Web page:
Simon said...

Lew, please keep your blog exactly as it is! It's a pleasure never knowing what's going to turn up next, and the best thing for me is that you add to the blog very regularly so there's usually something new to see every time I visit. It would be great to hear more about artists - who they are, their careers, how to recognize their work. Anyway - great stuff!

Alec Trench said...

I haven't voted for the era I grew up in because a) I'm familiar with it already, and have many of my old comics to peruse still, and b) it was the late 70s / early 80s, so I can pick up comics and annuals from that time easily enough in charity shops.

I'm voting 50s, because, although it's widely acknowledged as a pivotal time in Brit comics (Baxendale, Law, Reid, Eagle, Lion, girls' comics, etc), there seem to be precious few actual online examples from that time - hardly any Baxendale, a tiny amount of Reid's Jonah, and, with all due gratitude and appreciation, much of the available images are in the form of low-res, badly processed scans.
Compare that to the situation with the US tradition: just about every Kirby comic and thousands of far less notable comics can be downloaded and studied - it's not surprising that most comics critics judge every artist in terms of 24 page action scenes or by comparison to Herriman, Segar, Stanley, etc, it's a bit like the way Received Pronunciation becomes misconstrued as the "right" way of speaking.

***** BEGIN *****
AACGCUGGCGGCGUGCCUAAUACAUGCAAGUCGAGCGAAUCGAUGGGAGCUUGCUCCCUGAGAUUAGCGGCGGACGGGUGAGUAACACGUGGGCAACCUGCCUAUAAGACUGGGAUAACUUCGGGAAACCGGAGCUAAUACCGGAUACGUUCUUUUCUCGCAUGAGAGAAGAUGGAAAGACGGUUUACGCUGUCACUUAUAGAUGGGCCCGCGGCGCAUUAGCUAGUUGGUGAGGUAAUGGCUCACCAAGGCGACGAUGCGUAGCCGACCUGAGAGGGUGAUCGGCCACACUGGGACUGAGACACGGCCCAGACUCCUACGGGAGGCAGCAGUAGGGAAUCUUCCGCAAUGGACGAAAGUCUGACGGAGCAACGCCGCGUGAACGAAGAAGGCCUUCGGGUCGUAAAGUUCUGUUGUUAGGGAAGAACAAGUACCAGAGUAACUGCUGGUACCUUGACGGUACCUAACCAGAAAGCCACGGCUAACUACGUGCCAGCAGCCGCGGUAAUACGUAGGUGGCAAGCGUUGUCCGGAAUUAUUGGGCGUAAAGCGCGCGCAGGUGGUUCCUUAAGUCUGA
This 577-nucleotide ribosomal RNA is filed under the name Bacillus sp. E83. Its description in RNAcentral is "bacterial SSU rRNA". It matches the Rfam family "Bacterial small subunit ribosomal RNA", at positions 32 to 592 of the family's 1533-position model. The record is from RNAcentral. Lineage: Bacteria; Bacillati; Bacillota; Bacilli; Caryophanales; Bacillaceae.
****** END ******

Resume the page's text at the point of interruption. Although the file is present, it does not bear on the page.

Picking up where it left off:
My second pick (if I had one)would be the 1930s because, again, it's an under-represented era, fondly spoken of, that's hard to find out about outside of encyclopedia type books where I see tantalising glimpses of Bertie Brown and the like and just have to take people's word for it what a buzzing time that was for British comics.

Whichever, if any, era you lean toward, I'm sure this will remain one of my favourite comics websites anyway, so I'll be happy as long as you continue with the excellent job you're doing.


Lew Stringer said...

Thanks Alec. I don't have a lot of Beano material from the 1950s unfortunately but I have quite a bit of material from AP and other publishers.

The 1930s; again, not much DC Thomson stuff, but some AP material I'll be showing here soon.

Anonymous said...

I voted for the 1960s era. i imagine not much material exists before that time anymore.